September 2, 2018
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Yesterday, was move-in day for first year undergraduate students at the University. The sidewalks around the church were filled with excited, anxious energy, and I imagine a couple tense and/or teary family conversations. The Princeton-orange “do justice, love kindness, walk humbly” banner is up. The beginning of the academic year is upon our community.
What does this Scripture reading in James have to say to us as we embark on a new season? “Be quick to listen, slow to speak, slow to become angry.” “Be doers of the Word, and not merely hearers.” I often take in these directives in James as an individual. But James is not writing to an individual. James is writting to communities in diaspora, and we are a community reading it today.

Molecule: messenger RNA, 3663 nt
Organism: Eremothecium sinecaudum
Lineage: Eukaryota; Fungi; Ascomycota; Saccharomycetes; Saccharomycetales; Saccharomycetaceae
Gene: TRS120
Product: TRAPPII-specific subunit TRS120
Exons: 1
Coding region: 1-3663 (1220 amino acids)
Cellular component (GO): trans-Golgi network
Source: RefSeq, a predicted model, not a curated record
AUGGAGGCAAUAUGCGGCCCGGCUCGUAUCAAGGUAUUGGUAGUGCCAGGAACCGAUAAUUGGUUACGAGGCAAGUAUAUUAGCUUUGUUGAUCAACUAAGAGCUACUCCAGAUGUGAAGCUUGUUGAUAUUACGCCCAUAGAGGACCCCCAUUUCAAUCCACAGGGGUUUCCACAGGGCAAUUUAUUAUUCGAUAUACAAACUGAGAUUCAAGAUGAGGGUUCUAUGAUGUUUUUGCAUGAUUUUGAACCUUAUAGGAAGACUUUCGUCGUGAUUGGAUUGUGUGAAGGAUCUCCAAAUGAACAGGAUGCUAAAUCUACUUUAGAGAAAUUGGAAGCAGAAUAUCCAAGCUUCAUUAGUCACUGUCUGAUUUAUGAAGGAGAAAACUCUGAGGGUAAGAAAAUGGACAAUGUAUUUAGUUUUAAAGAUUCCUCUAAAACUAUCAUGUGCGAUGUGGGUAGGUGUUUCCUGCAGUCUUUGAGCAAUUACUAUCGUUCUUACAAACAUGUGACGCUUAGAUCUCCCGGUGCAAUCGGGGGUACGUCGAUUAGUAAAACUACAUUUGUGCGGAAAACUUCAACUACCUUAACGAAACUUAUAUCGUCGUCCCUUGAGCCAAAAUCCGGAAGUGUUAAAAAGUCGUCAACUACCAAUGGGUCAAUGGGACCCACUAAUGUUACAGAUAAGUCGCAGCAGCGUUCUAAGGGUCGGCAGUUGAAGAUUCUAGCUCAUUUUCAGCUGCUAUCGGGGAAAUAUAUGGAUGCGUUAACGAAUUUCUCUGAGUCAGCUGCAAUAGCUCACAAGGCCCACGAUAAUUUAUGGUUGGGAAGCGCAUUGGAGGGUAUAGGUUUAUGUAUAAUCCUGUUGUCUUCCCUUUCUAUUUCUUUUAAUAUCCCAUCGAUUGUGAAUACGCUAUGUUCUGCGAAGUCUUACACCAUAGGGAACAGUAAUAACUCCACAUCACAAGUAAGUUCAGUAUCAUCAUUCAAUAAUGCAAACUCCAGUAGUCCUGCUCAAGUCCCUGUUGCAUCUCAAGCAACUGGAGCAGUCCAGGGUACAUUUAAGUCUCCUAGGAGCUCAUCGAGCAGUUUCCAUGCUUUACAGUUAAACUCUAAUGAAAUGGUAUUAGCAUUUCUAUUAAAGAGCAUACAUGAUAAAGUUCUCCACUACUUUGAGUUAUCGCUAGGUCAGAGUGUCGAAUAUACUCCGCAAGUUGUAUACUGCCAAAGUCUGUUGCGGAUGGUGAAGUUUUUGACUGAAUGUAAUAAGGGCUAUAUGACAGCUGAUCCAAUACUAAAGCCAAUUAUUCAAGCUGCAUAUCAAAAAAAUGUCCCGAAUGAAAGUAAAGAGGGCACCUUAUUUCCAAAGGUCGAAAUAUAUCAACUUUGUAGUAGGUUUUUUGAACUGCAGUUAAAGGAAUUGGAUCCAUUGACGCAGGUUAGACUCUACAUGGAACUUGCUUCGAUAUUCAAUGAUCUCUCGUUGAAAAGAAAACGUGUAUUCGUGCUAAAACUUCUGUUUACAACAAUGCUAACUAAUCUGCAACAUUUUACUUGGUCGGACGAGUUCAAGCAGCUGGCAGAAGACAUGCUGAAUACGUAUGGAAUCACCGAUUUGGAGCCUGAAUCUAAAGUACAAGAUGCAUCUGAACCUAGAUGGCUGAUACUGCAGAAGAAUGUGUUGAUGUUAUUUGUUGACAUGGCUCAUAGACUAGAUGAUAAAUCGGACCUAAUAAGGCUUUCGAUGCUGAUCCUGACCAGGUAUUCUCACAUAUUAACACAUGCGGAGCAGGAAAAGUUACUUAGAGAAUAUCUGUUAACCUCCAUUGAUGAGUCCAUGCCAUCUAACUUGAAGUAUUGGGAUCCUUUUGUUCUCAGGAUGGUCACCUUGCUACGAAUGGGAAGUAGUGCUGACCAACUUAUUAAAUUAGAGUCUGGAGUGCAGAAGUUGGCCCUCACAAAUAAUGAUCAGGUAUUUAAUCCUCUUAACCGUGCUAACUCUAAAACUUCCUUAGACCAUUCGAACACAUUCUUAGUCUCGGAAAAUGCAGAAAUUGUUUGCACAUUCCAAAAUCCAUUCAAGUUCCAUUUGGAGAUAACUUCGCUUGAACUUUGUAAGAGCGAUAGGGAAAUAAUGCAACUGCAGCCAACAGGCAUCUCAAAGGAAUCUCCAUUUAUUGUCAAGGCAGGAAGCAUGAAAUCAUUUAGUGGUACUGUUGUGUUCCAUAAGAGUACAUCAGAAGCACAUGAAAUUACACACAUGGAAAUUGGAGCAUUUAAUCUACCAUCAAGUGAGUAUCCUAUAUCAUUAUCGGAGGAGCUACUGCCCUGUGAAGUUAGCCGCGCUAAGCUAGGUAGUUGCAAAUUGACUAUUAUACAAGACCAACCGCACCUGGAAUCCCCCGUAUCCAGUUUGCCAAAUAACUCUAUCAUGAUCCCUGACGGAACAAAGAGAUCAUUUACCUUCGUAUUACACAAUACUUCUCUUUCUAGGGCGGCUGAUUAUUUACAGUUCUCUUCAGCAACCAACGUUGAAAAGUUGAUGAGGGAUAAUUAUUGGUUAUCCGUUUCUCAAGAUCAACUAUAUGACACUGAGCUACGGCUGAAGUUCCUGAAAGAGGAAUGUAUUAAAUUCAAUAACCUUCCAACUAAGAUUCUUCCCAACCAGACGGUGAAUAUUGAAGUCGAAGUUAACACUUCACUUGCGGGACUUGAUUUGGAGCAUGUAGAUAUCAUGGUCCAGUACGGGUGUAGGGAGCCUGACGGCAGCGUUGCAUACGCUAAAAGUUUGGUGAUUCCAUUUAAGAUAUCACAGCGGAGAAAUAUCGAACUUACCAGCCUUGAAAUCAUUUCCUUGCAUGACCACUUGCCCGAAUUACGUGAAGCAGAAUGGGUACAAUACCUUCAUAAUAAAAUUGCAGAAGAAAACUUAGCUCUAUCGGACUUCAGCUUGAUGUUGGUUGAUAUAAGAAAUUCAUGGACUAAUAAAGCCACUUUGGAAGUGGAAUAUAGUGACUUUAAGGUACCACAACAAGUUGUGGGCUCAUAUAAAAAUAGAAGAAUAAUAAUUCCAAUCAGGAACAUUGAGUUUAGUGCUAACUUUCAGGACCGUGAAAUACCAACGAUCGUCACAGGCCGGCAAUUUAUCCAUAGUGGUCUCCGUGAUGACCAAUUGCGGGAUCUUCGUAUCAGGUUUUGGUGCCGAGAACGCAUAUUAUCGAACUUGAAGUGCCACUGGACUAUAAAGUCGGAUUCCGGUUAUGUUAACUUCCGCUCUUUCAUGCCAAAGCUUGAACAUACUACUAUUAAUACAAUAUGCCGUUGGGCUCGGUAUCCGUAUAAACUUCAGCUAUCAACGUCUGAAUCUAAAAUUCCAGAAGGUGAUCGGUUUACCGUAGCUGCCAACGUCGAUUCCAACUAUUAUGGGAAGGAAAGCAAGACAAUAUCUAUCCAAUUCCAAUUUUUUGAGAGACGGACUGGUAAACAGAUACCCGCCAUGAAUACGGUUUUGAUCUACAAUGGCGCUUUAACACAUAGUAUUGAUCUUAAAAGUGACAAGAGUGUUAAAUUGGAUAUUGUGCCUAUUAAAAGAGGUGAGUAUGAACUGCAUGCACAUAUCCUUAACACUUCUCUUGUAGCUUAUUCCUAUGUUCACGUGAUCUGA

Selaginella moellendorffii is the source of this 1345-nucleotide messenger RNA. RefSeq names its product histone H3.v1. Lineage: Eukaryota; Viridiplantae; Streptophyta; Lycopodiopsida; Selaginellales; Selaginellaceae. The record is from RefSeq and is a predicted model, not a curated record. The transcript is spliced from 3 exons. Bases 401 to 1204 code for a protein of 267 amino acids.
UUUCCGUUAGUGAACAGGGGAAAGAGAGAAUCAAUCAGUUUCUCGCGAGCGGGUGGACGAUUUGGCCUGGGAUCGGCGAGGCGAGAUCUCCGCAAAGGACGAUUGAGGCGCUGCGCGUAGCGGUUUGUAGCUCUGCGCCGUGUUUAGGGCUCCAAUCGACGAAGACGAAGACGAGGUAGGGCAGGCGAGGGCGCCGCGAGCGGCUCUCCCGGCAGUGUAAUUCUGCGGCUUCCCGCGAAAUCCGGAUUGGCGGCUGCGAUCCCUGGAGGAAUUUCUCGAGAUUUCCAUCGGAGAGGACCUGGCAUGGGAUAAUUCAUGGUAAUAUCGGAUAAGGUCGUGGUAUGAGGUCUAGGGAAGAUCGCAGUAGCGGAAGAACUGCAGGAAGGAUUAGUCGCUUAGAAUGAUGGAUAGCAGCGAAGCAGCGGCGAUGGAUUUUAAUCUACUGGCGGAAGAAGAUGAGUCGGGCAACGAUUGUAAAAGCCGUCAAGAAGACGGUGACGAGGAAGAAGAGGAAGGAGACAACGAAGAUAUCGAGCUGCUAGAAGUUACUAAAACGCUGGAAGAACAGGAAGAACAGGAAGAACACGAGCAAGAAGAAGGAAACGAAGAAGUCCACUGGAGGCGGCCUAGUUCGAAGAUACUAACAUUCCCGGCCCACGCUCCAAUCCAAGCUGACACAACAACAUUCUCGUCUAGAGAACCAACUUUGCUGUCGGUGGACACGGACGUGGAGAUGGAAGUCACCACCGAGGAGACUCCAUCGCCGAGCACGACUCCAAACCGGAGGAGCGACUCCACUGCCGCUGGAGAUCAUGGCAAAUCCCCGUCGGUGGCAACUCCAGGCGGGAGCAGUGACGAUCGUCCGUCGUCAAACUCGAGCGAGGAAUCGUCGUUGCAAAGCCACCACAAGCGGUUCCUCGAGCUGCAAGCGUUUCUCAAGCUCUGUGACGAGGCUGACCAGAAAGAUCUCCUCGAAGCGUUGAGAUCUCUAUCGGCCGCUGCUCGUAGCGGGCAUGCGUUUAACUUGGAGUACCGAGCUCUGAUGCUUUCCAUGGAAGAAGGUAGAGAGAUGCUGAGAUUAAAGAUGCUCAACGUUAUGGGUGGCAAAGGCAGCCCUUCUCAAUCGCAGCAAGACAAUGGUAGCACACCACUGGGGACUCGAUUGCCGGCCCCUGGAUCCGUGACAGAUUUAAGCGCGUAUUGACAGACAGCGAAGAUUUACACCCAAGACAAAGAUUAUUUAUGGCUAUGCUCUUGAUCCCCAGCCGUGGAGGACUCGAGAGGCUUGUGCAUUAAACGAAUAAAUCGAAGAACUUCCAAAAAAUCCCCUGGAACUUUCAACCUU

Part of the reason I first take these words in as an individual is because I am a white, well educated millennial and citizen of the United States—part of a demographic more likely to “go it alone” than depend and invest deeply in community. Recently, I attended an anti-racism training led by Crossroads Organization. Over the weekend, a couple groups of attendees gathered for an experiential workshop. It was a simulation challenging each group to cross the river of white supremacy. The facilitator taped down paper stones across the floor, and the object was to get everyone in the group across the river, without stepping in the water, within a short period of time. I imagine many of us in that room had led similar team building activities in other contexts, so it was particularly embarrassing when we failed at our first attempt. I later heard our group approached the task as individuals much more than the more successful group before us. Many of us were trying to lead and none of us were listening well. The facilitator helped us debrief our less than stellar attempt, and gave us a second chance. After we took more time to listen and less time ignoring the quieter members of the group, we were able to make it across the “river.” The experience was humbling.